Please use this identifier to cite or link to this item: http://dx.doi.org/10.14279/depositonce-10486
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Main Title: The Entanglement of Class, Marriage and Real Estate: The Visual Culture of Egypt’s Urbanisation
Author(s): Hendawy, Mennatullah
Stollmann, Jörg
Type: Article
Language Code: en
Abstract: A majority of scholars consider Egypt’s urban development a product of the neo-liberal political economy facilitated by the country’s central government. In this article, we want to shift our attention towards the public and its demand for housing. We describe the urban everyday experiences of a population within a country in which a visual culture established via public media creates an urban imagination that does not reflect the lived social, spatial, and economic reality of the majority of the population. Exploration of the general public’s attitudes towards media narratives that focus their advertisement campaigns on high class residential projects launched this investigation. The argument that follows is based on empirical studies within the Greater Cairo Region (GCR). In this setting, a puzzling trend from our collected data guides our central research question: Why aren’t ads for luxury housing—a market segment clearly beyond the reach of most Egyptians—condemned by those who cannot afford it? To tackle this phenomenon, we shed light on how the pre—and post-marital demand for housing among young couples and their families influence the market, and particularly, the market for upscale and luxury housing in Cairo. The research consists of four phases, including (1) field interviews with Uber and Careem drivers, (2) an online survey targeting inhabitants across varying urban and social segments of the GCR, (3) the first author’s personal story, which posits that marriage culture acts as a key driver for real estate narratives, and (4) a visual analysis of a real estate advertisement. To conclude, the article discusses how far a hegemonic visual culture that caters to socio-economic links between class, marriage, and real estate engages the support of a large part of the population, which in turn, co-produces a spatially unjust urban development scheme that works against their own interests.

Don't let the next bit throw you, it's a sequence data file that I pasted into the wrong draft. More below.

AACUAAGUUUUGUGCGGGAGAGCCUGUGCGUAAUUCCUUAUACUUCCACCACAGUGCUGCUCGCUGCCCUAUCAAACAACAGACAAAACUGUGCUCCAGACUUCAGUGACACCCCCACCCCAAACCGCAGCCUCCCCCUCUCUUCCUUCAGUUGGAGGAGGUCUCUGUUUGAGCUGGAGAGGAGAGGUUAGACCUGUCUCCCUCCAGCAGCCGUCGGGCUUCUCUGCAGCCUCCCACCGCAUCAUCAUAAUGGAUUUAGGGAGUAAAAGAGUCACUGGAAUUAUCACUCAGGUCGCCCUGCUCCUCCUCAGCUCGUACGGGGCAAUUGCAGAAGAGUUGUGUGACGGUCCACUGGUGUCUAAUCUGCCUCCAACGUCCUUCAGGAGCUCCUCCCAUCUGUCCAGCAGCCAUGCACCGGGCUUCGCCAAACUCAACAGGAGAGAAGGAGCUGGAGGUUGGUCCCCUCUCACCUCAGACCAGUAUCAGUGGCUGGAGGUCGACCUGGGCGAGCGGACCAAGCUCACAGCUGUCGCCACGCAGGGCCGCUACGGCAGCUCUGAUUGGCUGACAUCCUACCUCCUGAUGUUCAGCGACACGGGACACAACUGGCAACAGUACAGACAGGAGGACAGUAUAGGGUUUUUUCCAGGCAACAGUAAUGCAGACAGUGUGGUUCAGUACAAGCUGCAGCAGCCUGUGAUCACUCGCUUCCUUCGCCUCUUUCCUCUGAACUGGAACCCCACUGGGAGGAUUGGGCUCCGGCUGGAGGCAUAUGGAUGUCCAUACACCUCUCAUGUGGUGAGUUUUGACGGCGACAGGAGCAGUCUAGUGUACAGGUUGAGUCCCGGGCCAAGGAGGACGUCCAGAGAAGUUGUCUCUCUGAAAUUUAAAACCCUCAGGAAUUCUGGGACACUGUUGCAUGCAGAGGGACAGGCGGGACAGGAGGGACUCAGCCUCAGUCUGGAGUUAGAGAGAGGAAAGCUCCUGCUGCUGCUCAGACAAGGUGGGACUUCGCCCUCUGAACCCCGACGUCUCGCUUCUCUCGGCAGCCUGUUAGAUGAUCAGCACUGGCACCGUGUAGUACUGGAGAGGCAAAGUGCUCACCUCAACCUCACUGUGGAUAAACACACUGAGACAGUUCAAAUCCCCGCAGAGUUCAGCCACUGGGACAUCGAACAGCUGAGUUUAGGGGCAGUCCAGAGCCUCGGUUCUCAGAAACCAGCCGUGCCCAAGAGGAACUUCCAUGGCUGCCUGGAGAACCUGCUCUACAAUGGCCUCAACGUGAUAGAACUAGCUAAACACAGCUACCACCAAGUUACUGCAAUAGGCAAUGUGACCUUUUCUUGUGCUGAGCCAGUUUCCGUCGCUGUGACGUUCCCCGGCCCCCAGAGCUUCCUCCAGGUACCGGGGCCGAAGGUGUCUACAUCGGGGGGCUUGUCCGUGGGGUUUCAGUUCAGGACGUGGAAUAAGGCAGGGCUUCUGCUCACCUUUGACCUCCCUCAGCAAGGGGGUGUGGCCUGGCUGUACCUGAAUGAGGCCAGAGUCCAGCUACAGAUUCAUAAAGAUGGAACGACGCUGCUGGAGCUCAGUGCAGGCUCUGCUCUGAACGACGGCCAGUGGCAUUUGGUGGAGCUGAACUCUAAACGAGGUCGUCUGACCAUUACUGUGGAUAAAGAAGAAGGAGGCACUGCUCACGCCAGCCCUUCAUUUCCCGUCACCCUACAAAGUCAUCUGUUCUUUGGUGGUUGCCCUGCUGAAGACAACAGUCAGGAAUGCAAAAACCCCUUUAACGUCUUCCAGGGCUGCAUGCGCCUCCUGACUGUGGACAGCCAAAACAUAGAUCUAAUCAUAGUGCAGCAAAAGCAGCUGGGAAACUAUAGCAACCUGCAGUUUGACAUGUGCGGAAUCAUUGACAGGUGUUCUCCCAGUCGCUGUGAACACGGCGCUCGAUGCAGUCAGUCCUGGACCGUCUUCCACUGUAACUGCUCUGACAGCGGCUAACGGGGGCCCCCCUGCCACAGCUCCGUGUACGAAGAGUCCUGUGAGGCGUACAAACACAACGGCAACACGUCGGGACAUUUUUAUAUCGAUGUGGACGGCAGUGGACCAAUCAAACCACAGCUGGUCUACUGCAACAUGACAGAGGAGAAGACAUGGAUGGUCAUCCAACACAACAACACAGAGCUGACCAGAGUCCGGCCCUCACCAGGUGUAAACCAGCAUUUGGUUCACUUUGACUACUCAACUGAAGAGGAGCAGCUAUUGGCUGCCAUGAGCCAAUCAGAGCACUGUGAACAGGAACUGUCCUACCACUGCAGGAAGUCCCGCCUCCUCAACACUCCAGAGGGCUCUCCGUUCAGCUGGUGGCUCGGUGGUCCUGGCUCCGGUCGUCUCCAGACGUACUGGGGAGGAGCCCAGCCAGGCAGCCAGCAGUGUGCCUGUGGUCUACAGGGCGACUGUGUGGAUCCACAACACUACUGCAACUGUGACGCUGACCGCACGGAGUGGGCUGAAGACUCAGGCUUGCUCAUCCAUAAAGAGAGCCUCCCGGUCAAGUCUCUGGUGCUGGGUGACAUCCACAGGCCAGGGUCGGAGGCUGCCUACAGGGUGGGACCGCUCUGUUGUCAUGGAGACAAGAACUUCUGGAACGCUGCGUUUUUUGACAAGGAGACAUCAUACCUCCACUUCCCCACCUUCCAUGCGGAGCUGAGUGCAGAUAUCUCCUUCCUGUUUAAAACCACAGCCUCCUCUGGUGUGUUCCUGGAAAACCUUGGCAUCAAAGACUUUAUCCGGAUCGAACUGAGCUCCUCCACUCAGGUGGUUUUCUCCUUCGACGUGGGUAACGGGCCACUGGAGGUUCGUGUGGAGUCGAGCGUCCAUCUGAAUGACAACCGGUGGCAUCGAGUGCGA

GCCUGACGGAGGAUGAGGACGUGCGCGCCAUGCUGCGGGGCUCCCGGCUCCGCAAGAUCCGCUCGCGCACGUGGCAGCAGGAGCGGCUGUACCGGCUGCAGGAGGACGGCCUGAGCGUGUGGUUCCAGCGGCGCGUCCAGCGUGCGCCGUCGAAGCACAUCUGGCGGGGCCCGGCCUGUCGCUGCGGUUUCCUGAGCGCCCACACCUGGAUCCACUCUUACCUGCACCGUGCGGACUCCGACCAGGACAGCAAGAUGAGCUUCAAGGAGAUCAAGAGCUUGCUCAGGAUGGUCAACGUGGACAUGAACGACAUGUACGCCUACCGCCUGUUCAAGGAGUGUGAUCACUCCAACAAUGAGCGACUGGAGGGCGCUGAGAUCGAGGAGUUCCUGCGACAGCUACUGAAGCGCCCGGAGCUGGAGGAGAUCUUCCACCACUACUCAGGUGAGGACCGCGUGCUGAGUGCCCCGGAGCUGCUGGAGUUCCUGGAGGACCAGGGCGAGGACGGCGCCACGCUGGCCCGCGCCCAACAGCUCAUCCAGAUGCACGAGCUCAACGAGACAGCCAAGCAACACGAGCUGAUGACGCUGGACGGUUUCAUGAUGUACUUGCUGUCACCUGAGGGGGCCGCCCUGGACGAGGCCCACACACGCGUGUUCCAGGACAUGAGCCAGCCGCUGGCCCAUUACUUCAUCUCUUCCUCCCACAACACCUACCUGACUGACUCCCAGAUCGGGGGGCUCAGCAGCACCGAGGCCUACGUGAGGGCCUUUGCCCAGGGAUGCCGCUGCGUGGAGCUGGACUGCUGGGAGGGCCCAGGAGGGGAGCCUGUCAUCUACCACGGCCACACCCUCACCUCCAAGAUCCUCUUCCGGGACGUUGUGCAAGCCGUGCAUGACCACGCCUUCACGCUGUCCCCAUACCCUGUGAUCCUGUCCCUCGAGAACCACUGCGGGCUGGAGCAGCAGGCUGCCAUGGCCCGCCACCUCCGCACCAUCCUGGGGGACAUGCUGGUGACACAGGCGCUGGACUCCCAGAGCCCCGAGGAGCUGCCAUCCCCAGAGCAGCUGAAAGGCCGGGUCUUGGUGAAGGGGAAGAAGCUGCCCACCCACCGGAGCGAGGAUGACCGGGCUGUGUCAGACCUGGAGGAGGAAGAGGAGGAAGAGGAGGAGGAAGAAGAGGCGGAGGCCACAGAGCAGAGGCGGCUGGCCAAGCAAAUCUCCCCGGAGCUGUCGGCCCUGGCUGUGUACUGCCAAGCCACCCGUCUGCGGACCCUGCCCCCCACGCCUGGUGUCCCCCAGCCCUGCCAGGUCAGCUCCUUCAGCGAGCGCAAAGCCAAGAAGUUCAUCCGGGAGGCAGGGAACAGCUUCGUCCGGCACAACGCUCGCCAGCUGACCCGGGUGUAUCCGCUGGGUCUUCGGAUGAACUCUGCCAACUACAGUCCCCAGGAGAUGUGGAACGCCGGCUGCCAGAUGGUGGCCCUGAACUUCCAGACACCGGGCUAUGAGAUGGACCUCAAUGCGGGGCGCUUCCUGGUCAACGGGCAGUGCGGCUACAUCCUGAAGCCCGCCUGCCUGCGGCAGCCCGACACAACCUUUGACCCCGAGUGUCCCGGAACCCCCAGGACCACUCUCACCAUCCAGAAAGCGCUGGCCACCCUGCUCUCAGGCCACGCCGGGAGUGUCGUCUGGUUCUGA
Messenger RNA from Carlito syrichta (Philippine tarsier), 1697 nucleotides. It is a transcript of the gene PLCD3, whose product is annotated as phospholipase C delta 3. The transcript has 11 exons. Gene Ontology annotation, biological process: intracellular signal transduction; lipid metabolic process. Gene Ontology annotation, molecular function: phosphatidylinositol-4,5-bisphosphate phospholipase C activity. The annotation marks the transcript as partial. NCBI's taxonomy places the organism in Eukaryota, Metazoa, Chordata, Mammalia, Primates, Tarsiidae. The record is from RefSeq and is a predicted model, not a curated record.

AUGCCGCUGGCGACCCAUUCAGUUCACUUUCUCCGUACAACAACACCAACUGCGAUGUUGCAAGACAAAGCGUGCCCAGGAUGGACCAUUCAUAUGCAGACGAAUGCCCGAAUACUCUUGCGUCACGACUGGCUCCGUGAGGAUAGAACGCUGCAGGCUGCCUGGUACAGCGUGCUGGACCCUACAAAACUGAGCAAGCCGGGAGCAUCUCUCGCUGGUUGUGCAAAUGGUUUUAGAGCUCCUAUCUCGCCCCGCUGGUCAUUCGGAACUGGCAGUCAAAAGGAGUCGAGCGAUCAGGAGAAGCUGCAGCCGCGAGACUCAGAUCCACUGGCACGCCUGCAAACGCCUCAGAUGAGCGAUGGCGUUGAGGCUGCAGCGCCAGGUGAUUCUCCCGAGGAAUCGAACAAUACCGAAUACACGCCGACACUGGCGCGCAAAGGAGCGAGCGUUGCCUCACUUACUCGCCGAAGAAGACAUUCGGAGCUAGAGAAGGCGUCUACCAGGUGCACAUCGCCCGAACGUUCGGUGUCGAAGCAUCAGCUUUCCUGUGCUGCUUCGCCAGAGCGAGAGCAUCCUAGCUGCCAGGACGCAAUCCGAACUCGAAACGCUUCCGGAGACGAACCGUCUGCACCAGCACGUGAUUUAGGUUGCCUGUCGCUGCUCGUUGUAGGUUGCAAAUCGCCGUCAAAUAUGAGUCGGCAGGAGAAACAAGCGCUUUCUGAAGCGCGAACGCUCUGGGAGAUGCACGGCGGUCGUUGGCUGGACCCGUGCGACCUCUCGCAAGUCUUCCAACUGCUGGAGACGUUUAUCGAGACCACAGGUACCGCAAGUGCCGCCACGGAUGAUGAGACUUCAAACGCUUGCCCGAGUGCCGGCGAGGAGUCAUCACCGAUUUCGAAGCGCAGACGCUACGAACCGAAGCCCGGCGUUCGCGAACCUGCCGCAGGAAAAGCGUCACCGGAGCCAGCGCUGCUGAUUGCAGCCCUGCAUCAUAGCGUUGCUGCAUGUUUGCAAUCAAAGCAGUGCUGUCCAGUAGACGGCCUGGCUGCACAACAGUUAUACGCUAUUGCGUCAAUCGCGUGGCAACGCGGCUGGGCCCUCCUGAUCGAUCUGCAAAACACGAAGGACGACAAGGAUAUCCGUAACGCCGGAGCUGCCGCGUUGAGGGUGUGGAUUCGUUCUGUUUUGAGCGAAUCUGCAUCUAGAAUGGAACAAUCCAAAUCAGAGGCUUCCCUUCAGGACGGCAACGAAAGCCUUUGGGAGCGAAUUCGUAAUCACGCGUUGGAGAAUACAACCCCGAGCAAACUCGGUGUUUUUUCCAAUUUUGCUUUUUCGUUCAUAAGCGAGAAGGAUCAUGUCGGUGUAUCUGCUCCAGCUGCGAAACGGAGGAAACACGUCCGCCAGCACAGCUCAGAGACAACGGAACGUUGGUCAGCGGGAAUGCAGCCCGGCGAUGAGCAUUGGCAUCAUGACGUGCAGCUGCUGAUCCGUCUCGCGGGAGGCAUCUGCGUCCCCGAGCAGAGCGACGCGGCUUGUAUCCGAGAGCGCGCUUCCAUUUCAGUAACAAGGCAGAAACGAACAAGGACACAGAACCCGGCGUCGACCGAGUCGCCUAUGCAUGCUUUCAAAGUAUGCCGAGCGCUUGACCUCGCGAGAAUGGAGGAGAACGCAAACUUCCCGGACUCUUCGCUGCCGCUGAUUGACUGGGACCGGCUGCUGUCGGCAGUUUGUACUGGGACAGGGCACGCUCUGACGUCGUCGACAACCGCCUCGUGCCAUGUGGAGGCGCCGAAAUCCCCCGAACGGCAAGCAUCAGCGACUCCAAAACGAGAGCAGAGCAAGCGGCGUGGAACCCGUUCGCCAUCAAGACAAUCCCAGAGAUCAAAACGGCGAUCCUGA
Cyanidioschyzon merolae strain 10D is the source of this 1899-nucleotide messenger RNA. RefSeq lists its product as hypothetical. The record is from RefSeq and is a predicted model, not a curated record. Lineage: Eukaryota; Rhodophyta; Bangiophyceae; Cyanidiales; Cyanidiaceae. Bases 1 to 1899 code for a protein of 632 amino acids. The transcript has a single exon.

URI: https://depositonce.tu-berlin.de/handle/11303/11597
http://dx.doi.org/10.14279/depositonce-10486
Issue Date: 26-Jun-2020
Date Available: 25-Aug-2020
DDC Class: 710 Städtebau, Raumplanung, Landschaftsgestaltung
Subject(s): Cairo
class
Egypt
housing
marriage
media
real estate
urbanisation
visual culture
License: https://creativecommons.org/licenses/by/4.0/
Journal Title: Urban Planning
Publisher: Cogitatio Press
Publisher Place: Lisbon
Volume: 5
Issue: 2
Publisher DOI: 10.17645/up.v5i2.3026
Page Start: 44
Page End: 58
EISSN: 2183-7635
Appears in Collections:FG Städtebau und Urbanisierung » Publications

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